A teapot design is a three dimensional structure, taking into consideration function, proportion and surface decoration. “There is a delicate balance to the teapot, to get the right balance on the handle, making sure the lid doesn’t fall off and that the spout pours,” says Amanda lili Barker, a ceramic artist.
Barker learned ceramics at Westminster College where she received her Bachelor’s Degree in Art with an emphasis in painting and drawing. She credits ceramics professor Kay Kuzminski for giving her the passion for ceramics. “Kay was a fun professor and she had little creative ideas and was able to explain the physics behind the teapot,” says Barker.
Barker’s designs tea sets that look like they are made out of wood, and have been her favorite pieces. She saw a teapot at The World Tea Expo a few years back, she and her colleagues couldn’t figure out if it was made of wood or ceramic until they were able to get a closer look. “I remember thinking if I could do something like that someday, then I will feel I have achieved some form of artistic masterpiece, so that is what I have been working towards,” says Barker.
Ultimately Barker would like to use her art training to work with the elderly suffering from dementia, Alzheimer’s or recovering from a stroke and children. “I have a minor in Psychology and I want to do an art therapy specific program,” says Barker.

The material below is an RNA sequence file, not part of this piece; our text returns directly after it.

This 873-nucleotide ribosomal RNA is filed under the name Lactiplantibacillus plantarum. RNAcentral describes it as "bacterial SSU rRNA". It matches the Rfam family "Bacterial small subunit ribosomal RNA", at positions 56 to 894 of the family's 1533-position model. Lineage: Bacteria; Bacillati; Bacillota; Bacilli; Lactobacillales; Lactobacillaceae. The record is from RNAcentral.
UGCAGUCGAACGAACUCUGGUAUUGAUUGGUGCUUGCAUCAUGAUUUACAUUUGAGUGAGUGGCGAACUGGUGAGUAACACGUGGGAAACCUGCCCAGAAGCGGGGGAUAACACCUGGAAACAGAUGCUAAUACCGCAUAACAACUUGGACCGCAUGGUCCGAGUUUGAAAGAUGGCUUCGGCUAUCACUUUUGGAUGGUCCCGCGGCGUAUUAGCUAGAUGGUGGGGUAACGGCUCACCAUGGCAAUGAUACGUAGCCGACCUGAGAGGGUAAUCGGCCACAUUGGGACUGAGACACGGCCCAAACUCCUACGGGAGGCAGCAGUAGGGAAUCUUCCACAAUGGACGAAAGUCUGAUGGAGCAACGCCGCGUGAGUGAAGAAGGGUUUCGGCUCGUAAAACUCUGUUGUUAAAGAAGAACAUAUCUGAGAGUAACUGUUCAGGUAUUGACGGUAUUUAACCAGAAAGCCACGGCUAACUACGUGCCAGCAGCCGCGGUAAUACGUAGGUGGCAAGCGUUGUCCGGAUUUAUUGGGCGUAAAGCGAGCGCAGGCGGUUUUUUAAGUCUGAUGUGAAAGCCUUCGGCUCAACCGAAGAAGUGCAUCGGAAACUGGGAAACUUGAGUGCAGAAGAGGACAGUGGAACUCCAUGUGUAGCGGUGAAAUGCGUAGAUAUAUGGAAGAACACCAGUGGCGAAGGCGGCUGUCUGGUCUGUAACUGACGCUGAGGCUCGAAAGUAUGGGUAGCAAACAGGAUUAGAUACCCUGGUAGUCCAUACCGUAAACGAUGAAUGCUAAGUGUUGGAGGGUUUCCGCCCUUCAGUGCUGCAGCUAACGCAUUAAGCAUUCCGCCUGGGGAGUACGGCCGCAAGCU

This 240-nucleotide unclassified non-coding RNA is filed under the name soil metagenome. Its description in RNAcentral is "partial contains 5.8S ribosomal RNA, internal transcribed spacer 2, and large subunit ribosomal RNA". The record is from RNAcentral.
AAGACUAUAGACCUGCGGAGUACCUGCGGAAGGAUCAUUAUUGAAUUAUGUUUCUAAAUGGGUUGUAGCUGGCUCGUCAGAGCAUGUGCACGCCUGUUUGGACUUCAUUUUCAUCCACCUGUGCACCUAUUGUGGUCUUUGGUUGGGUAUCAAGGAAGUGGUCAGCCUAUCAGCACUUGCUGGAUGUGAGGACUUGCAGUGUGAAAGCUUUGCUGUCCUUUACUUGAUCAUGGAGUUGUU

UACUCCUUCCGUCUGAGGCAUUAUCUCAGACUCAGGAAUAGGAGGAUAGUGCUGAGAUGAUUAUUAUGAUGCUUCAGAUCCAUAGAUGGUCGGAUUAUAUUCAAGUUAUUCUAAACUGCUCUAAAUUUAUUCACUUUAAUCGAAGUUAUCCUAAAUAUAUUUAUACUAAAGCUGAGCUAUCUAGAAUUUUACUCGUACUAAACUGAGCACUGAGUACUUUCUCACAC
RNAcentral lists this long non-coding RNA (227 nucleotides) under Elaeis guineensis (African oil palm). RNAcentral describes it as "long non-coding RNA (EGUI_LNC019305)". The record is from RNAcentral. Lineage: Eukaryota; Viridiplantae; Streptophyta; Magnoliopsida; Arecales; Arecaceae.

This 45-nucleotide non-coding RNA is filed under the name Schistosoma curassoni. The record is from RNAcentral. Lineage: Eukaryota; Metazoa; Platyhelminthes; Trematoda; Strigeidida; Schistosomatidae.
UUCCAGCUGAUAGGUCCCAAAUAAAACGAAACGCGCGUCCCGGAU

Growing up in rural Utah, Barker was very close to her grandparents. After her grandfather suffered a series of TIAs (Transient Ischemic Attack) he lost his ability to communicate. Wishing back then that she could have done more to communicate with him has inspired her desire to help others. “I was so close to him and I still wanted to talk with him,” says Barker.
Barker would also like to work with autistic children. “I have always had an affinity with children with autism. I can pick them out. I never felt they were strange or different, they are beautiful in their hypersensitivity,” says Barker. “They see and feel things that most people miss, overlook or take for granted. To help someone verbalize, or express their inner world could be a valued asset to the rest of the world.”
“A very young child who doesn’t have the language acquisition yet or the cognition to talk about what’s bothering them can communicate through play therapy or some sort of art medium using clay, dancing or music,” says Barker.
You can see Barker’s work locally at TEAramisu and Tea Zaanti. All of her pieces are high fire stoneware, food safe, proofed and lead free. She also does tea readings and tea ceremonies upon request. Email her at email@example.com.
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